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ERIC Number: ED514536
Record Type: Non-Journal
Publication Date: 2010
Pages: 326
Abstractor: As Provided
Reference Count: 0
ISBN: ISBN-978-1-1096-7455-2
Levinson's Dream Theory and Its Relevance in an Academic Executive Mentoring Program: An Exploratory Study of Executive Mentors' Practice and Individuation
Scherer, Douglas Martin
ProQuest LLC, Ed.D. Dissertation, Teachers College, Columbia University
The purpose of this study was to explore the relevance that executive mentors' Dream journeys had for their mentoring practices. Dream journeys are the visions of where young adults see themselves in the future, and how they integrate themselves into the adult world over time. It was anticipated that a better understanding of executive mentors' Dream journeys would be of help to leaders and participants of executive mentoring initiatives. Levinson's (1978) work was used as the study's theoretical framework since it focuses on adult development in middle adulthood (ages 40 to 65) and speaks specifically about mentoring. The research was conducted at an executive master's degree program that matches mentors from the executive realm with students. Study participants were current mentors in the program, 40 to 65 years old, who are or had been top tier executives. The research used three methods of data collection starting with a set of nine elite interviews that were used to create questions for a survey questionnaire. Next, a focus group composed of a subset of the elites illuminated the survey findings. Elites met an additional criterion of having mentored at least one student to the program's completion. The research shows that Levinson's work is relevant to current executive mentoring practice. Especially relevant for adult education and development specialists is the connection between individuals' development as a mentor and their learning though failure during early adulthood. The research is also consistent with Levinson's notion that individuals continue to define their line of work throughout early adulthood, but is inconsistent with his finding that a less defined line of work is associated with executive careers that culminate at mid-level management. A key practice recommendation is that executive mentors should not be supervisors of their mentees and should not be compensated based on mentee's performance. Key recommendations for research include replicating this study with other executive mentor groups, and further exploring the role of gender and ethnicity in the Dream journeys of executives. [The dissertation citations contained here are published with the permission of ProQuest LLC. Further reproduction is prohibited without permission. Copies of dissertations may be obtained by Telephone (800) 1-800-521-0600. Web page:]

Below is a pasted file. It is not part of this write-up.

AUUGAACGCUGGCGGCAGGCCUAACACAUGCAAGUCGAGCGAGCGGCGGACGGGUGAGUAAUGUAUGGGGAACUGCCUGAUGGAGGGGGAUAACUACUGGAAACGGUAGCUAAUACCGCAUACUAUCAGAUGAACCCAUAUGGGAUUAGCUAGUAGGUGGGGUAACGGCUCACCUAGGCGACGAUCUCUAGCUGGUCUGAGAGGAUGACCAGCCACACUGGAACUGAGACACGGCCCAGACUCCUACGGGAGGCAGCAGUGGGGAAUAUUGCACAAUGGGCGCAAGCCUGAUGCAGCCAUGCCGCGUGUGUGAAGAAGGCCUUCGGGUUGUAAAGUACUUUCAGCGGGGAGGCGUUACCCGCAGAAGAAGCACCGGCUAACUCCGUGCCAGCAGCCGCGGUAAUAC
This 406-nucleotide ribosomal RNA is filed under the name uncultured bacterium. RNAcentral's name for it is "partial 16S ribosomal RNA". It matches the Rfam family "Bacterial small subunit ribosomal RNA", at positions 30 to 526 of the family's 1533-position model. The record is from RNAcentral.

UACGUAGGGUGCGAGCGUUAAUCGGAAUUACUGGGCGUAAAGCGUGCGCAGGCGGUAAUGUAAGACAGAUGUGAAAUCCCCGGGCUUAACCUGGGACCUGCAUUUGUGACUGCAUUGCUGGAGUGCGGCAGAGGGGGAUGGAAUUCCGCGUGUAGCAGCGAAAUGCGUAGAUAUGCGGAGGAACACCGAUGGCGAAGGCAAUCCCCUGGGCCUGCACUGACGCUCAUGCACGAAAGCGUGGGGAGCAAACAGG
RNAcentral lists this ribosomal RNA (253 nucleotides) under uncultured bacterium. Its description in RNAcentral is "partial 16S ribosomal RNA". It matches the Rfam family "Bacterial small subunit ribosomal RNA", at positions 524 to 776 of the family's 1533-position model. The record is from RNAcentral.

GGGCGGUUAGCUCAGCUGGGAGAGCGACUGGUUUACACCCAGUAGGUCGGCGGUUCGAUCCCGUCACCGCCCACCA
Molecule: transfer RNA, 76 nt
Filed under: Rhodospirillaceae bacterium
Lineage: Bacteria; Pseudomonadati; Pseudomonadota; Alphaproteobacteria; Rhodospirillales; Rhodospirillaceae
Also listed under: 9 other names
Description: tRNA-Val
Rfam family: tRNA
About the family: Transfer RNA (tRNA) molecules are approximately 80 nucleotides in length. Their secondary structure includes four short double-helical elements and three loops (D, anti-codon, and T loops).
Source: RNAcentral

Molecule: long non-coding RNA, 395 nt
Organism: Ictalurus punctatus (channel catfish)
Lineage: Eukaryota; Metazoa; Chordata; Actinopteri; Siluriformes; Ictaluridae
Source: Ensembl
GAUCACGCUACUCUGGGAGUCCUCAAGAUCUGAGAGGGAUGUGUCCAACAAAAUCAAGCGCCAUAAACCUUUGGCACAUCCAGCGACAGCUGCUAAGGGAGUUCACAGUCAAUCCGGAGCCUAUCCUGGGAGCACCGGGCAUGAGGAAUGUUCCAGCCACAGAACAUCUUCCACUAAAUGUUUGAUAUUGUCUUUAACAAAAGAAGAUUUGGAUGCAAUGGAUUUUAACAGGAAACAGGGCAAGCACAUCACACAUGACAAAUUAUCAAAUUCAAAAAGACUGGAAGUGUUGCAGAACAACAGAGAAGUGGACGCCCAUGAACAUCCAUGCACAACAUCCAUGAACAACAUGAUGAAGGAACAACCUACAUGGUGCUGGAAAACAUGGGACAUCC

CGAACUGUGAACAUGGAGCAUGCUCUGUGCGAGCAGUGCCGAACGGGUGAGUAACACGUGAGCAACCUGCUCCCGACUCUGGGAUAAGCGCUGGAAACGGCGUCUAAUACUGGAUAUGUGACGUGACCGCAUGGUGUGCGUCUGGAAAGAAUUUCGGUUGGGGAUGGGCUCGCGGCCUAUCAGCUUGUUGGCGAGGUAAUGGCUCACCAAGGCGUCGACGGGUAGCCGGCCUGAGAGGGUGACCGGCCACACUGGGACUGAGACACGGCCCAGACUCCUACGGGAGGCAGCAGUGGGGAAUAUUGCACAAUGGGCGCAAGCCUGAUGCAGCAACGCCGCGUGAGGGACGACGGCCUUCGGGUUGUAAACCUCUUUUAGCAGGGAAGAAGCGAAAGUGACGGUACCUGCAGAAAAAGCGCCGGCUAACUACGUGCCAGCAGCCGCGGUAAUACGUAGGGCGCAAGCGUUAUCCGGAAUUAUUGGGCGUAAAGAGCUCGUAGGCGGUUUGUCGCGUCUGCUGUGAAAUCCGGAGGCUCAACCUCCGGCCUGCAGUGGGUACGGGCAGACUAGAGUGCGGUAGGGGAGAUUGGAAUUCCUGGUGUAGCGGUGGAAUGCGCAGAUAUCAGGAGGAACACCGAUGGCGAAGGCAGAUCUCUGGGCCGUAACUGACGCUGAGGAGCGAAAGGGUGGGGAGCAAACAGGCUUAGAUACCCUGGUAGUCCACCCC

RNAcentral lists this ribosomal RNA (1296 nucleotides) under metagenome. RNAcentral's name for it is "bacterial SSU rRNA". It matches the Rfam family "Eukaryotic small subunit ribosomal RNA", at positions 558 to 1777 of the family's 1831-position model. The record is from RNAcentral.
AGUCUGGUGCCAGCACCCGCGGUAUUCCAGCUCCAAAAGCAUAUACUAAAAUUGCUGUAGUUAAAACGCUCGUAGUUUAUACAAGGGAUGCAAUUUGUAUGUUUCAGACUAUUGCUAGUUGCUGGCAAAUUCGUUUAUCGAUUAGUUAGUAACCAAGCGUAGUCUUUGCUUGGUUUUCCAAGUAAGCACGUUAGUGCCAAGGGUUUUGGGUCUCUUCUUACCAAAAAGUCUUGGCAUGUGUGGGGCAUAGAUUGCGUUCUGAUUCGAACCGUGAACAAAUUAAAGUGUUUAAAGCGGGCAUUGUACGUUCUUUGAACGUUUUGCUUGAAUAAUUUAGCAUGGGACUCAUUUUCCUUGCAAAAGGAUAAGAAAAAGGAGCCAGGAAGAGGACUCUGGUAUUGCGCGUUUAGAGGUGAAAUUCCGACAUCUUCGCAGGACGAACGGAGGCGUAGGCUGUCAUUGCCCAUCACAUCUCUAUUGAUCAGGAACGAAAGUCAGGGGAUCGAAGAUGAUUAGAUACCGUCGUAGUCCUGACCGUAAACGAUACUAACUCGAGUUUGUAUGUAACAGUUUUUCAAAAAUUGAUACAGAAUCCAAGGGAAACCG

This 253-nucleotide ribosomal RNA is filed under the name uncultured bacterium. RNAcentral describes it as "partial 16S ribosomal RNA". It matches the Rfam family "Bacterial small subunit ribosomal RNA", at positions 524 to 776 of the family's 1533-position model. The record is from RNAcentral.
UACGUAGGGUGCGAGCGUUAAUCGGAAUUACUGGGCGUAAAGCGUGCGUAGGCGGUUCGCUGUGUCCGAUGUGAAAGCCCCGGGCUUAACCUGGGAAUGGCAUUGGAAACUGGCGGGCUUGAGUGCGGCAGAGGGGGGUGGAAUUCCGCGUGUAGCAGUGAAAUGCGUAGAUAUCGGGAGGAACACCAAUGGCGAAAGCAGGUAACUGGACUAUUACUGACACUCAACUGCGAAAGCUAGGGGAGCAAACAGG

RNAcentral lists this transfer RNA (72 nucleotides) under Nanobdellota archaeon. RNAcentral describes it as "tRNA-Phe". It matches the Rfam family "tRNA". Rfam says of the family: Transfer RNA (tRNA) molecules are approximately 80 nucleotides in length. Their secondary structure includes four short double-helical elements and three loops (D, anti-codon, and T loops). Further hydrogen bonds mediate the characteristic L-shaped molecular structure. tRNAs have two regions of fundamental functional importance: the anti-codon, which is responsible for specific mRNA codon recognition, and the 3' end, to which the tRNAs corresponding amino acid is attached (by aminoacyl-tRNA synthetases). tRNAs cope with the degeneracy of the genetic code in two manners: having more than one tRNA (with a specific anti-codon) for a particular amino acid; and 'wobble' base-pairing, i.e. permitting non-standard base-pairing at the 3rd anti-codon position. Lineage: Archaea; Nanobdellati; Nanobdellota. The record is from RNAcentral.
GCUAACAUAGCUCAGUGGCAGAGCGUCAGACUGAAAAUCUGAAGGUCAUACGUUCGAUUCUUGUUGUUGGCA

ProQuest LLC. 789 East Eisenhower Parkway, P.O. Box 1346, Ann Arbor, MI 48106. Tel: 800-521-0600; Web site:
Publication Type: Dissertations/Theses - Doctoral Dissertations
Education Level: Adult Education
Audience: N/A
Language: English
Sponsor: N/A
Authoring Institution: N/A